Northern Light Fact #9 – The First Lights

Northern Lights have always been there, but who was the first human who accurately described this phenomenon?

There are many ancient cave-paintings about Aurora Borealis, oldest known painting is actually called “Macaronis” and it was painted somewhere around 30,000 B.C. Then 2600 B.C there are writings from China saying that “strong lightning was moving around in the sky”. Even Aristotle mentioned the lights in his book “Meteorology” in 384-322 B.C describing them as a light which resembled the flames of burning gas. He also stated that If these flames spread and at the same time sent out sparks and rays, they are called “jumping goats”.

But this is about precision, so what is the first accurate description of the Northern Lights? In the 17th century Galileo Galilei gave the phenomenon it’s scientific name “Aurora Borealis” and tried to explain them as some kind of reflection from the Sun. Unfortunately the description was wrong, but the name stuck. It took about 200 years until the truth was finally revealed.

The first accurate description of the Northern Lights was made by Norwegian professor Kristian Birkeland in the 19th century! He explained that the Aurora Borealis has something to do with the electromagnetic storms and the Earth’s magnetic field and he even created artificial Northern Lights in his laboratory trying to prove his point. International scientists of stature fiercely protested against Birkeland’s theories and his theories never got accepted by the scientists of the time.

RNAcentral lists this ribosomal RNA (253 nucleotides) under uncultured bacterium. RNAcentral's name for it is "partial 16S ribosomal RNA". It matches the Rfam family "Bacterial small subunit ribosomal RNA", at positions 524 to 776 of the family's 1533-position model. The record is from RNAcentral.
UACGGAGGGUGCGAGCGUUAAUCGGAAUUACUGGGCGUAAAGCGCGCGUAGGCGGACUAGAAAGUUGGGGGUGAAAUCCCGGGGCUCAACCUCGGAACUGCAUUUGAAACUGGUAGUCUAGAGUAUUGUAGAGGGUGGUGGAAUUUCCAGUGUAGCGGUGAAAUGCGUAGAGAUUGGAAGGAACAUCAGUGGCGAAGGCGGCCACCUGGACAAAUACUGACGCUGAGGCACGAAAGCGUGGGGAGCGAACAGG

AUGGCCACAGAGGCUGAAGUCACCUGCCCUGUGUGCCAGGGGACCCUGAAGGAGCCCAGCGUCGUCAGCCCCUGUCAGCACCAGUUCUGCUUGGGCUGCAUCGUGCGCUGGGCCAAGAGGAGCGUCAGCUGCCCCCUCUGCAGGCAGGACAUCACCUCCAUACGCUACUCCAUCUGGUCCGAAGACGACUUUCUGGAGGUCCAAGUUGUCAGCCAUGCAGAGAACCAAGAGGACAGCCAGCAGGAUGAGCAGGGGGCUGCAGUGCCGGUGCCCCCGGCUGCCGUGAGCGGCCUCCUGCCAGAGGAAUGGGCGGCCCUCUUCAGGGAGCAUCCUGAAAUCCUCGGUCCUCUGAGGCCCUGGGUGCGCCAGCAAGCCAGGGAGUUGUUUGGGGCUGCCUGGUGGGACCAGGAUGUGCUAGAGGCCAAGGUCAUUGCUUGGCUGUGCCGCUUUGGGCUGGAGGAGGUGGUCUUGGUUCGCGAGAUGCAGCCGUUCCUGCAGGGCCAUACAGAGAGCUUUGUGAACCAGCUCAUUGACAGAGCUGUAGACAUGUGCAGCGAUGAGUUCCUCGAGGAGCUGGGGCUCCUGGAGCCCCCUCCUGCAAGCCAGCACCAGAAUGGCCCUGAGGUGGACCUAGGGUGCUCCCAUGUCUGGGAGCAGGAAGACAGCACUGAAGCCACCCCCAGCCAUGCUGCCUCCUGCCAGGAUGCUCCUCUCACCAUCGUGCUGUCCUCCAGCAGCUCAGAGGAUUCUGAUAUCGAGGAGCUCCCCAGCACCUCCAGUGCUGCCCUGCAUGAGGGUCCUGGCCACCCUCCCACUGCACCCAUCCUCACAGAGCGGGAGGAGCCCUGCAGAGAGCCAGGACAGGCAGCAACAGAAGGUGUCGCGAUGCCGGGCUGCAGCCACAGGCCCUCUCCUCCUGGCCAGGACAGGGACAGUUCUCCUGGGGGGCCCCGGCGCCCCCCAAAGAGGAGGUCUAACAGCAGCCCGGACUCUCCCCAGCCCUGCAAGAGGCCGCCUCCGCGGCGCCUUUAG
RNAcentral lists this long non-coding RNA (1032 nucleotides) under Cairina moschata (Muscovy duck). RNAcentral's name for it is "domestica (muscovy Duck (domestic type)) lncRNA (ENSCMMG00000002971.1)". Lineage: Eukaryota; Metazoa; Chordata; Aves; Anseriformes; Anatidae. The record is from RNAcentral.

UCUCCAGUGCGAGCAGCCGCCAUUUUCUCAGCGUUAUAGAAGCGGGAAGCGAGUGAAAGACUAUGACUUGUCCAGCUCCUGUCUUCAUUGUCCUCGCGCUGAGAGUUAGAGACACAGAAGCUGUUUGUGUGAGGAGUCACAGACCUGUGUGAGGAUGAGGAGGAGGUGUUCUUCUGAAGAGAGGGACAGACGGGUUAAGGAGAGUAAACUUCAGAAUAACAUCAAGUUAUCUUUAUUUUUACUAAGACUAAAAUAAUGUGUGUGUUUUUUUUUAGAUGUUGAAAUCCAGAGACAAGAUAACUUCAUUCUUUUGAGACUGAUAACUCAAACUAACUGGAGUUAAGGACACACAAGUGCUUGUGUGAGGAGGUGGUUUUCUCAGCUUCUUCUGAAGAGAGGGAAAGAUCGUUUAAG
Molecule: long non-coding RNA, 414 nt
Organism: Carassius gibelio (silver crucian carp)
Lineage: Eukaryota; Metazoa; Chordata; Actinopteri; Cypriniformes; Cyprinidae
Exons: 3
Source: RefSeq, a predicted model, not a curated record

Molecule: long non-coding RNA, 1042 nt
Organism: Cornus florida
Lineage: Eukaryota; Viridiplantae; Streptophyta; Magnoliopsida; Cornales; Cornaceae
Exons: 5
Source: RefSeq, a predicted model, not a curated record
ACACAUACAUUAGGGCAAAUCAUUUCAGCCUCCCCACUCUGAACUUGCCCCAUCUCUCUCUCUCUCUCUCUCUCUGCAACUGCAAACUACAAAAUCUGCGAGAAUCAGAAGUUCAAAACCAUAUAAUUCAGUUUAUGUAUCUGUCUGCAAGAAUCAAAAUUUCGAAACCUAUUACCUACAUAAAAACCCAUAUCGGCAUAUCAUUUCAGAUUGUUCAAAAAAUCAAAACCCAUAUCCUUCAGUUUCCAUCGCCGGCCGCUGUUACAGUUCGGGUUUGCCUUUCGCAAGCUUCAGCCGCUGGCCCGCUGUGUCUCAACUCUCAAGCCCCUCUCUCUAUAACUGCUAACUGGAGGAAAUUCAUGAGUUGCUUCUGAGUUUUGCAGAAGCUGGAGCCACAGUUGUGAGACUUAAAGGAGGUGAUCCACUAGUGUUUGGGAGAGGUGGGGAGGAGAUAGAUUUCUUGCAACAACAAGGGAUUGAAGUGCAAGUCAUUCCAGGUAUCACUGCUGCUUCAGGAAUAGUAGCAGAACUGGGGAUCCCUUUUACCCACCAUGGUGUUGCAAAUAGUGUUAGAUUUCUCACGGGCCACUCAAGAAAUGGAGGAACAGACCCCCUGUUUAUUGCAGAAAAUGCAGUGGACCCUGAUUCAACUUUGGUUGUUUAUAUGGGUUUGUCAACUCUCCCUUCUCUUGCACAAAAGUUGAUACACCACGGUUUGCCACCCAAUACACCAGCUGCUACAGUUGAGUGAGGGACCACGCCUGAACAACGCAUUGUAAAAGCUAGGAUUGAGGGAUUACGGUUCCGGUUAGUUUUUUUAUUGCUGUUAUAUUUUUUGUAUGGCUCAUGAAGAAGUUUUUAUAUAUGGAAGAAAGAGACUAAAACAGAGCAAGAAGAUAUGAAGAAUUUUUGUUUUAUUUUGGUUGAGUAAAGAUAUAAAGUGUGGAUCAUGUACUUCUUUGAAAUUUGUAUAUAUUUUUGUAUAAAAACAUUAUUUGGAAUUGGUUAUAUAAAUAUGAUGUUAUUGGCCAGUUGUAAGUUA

“Although Birkeland’s hypothesis was the first realistic theory pertaining to the northern lights, the explanation for the various shapes, colours, movements and altitudes of the northern lights had to be left to space-age researchers.”

The University of Oslo published this great and extensive article in their research magazine Apollon, if you want to know everything about Prof. Birkeland and the Northern Lights, be sure to check the article out.

This was the 9th and also second last fact in our Northern Light Fact -series! We hope you guys have enjoyed reading these and in case you have missed some of the older ones be sure to visit our blog.




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